Jewish World Review

Texas' dogged ruling: State court denies pets exalted status

By George Will



JewishWorldReview.com | Lord Byron was, according to one of his legion of lovers, “mad, bad and dangerous to know,” but he also loved dogs, which explains his cameo appearance in a recent Texas Supreme Court opinion. It answered an interesting question in a way that shows how courts can avoid creating opportunities for trial lawyers.

The eyes of Texas were upon the state’s high court when it reaffirmed an 1891 ruling that because pets are personal property, a bereaved owner of a negligently killed dog can seek only economic damages, not emotional damages. A lower court had sided with the Medlen family, letting them sue for “loss of companionship” after their dog Avery escaped from their back yard, was captured by animal control officers and was mistakenly euthanized.

This created an interesting anomaly: Wrongful-death liability is traditionally defined legislatively and restricted to two fundamental relationships — husband-wife, parent-child. The Medlens sought from the judiciary an essentially legislative elevation of human-animal relationships.

The Texas Supreme Court, reversing the appellate court, ruled that this anomaly was just the tip of a troubling iceberg. In an opinion written by Justice Don Willett, the Supreme Court acknowledged that Byron, who knew about vices, was right that dogs are man’s best friend, possessing “all the virtues of man without his vices.” Nevertheless, “pets are property in the eyes of the law, and we decline to permit non-economic damages rooted solely in an owner’s subjective feelings.”

Otherwise there would be profound ripple effects in a nation with more pets than people. To begin with, people treasure many more pets than just dogs — even cats. Should judges, acting as robed legislators, decide which creatures should be given elevated status?

The Medlens argued that although Avery had no significant economic value, he had lots of “intrinsic value” as a family member. The appeals court held that, since 1963, Texas law has found that when property, such as an irreplaceable heirloom, has little or no market value but has value in “sentiment,” damages may be awarded on this basis. Dogs, too, are property, ergo damages can be collected for Avery because of his sentimental value.

Texas’s Supreme Court decided to distinguish between dogs and heirlooms “such as a wedding veil, pistol” — this is Texas — “jewelry, handmade bedspreads and other items going back several generations.”

Noting that the Medlens “find it odd that Texas law would permit sentimental damages for loss of an heirloom but not an Airedale,” Willett rejoined that it would be even odder if Texans could recover wrongful-death damages for the loss of a Saint Bernard but not for a brother Bernard.

Laconically noting that “the law is no stranger to incongruity,” Willett explained that “permitting sentiment-based damages for destroyed heirloom property portends nothing resembling the vast public-policy impact of allowing such damages in animal-tort cases.”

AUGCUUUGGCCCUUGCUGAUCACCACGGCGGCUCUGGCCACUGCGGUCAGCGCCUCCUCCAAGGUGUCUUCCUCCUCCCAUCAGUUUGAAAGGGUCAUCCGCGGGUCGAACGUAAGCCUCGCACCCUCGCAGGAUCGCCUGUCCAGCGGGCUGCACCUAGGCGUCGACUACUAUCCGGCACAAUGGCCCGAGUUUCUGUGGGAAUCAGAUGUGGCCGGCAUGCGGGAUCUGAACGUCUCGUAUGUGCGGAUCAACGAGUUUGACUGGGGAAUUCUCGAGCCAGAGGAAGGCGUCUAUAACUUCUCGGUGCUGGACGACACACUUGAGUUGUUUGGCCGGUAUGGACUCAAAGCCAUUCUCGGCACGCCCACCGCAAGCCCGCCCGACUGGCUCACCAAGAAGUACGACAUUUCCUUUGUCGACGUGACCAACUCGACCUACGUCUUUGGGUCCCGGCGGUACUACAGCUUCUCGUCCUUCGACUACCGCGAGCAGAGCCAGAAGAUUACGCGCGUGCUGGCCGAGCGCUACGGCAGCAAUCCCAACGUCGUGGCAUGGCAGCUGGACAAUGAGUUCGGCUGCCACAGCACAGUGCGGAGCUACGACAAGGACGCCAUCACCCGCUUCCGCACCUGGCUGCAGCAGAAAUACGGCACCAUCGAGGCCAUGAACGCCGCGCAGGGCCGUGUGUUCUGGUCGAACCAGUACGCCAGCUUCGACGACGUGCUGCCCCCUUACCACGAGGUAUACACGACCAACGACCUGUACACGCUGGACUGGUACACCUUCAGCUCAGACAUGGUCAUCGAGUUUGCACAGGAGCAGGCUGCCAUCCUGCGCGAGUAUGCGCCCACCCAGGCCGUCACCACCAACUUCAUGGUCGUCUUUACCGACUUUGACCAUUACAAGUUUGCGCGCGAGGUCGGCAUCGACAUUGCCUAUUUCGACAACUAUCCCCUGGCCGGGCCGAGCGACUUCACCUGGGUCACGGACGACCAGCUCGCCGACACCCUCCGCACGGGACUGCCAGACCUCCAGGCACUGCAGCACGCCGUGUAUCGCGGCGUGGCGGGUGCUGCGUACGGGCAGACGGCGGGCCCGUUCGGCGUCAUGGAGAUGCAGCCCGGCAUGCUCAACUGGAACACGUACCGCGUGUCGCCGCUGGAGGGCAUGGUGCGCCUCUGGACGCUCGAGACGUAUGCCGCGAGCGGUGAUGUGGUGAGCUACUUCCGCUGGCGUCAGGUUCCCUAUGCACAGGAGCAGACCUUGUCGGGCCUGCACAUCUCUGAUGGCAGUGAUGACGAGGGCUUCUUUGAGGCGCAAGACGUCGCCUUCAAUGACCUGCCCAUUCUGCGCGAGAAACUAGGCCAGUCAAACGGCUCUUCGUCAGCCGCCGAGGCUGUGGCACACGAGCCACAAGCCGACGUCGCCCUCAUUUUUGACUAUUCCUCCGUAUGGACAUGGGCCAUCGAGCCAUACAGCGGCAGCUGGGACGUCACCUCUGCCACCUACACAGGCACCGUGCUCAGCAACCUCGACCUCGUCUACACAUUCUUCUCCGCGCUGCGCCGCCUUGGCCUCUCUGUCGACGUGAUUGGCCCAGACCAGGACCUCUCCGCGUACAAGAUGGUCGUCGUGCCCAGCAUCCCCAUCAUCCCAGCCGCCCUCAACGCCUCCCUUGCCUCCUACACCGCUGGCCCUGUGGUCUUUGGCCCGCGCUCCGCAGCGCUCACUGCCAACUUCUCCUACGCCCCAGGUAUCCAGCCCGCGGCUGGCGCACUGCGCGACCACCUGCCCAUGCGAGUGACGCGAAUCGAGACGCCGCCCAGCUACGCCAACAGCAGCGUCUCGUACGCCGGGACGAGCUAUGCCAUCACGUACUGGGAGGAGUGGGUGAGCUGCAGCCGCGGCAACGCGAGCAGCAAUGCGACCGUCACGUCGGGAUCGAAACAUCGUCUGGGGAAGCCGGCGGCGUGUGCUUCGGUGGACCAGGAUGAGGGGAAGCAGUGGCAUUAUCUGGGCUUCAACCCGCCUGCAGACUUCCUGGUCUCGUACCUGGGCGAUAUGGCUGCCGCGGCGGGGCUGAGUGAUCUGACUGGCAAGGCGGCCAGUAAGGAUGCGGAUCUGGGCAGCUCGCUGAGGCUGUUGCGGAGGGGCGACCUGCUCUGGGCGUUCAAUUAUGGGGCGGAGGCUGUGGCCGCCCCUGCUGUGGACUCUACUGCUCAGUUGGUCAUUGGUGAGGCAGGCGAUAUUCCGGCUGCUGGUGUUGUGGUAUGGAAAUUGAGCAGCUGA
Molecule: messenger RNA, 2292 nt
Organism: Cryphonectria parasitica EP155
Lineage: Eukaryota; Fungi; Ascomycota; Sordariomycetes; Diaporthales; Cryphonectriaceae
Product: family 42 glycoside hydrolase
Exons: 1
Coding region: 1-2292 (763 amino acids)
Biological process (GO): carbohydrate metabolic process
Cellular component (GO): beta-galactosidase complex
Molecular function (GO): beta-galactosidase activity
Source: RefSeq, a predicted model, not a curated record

The court performed something like a cost-benefit analysis to answer the Medlens’ perplexity that they could seek sentimental damages if a taxidermied Avery, rather than a living, panting Avery, had been negligently destroyed.


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The court noted that the American Kennel Club, in a friend of the court brief joined by the Cat Fanciers’ Association and other pet-welfare groups, warned against the unintended consequences of allowing “sentiment-based damages” for injured or destroyed dogs. They fear that “pet litigation will become a cottage industry,” bringing the danger of increased liability to veterinarians, shelter and kennel workers and even dog-sitters. “Litigation would arise when pets are injured in car accidents, police actions, veterinary visits, shelter incidents, protection of livestock, and pet-on-pet aggression.” As risks and costs rose, the results would be fewer free clinics, fewer shelters and defensive veterinary medicine leading to higher prices, and “families, particularly lower-income families, will avoid preventive care for their pets, not seek needed care for ill or injured pets, and be more apt to euthanize a pet.”

“To his dog,” wrote Aldous Huxley, “every man is Napoleon; hence the constant popularity of dogs.” It would, however, be expensive, with myriad social costs, to create a novel tort action for loss of pet companionship. So Texas’s highest court has held that no Texas dog, however beloved, will be given an exalted status akin to that of an heirloom pistol and thereby becoming the subject of imprecise, arbitrary and potentially unlimited tort litigation.

By this judicial statesmanship, the trial bar was muzzled, for now, and denied a fresh arena for mischief. So Texas’s Supreme Court is, for now, man’s best friend.

Every weekday JewishWorldReview.com publishes what many in the media and Washington consider "must-reading". Sign up for the daily JWR update. It's free. Just click here.

George Will's latest book is "With a Happy Eye but: America and the World, 1997-2002" to purchase a copy, click here. Comment on this column by clicking here.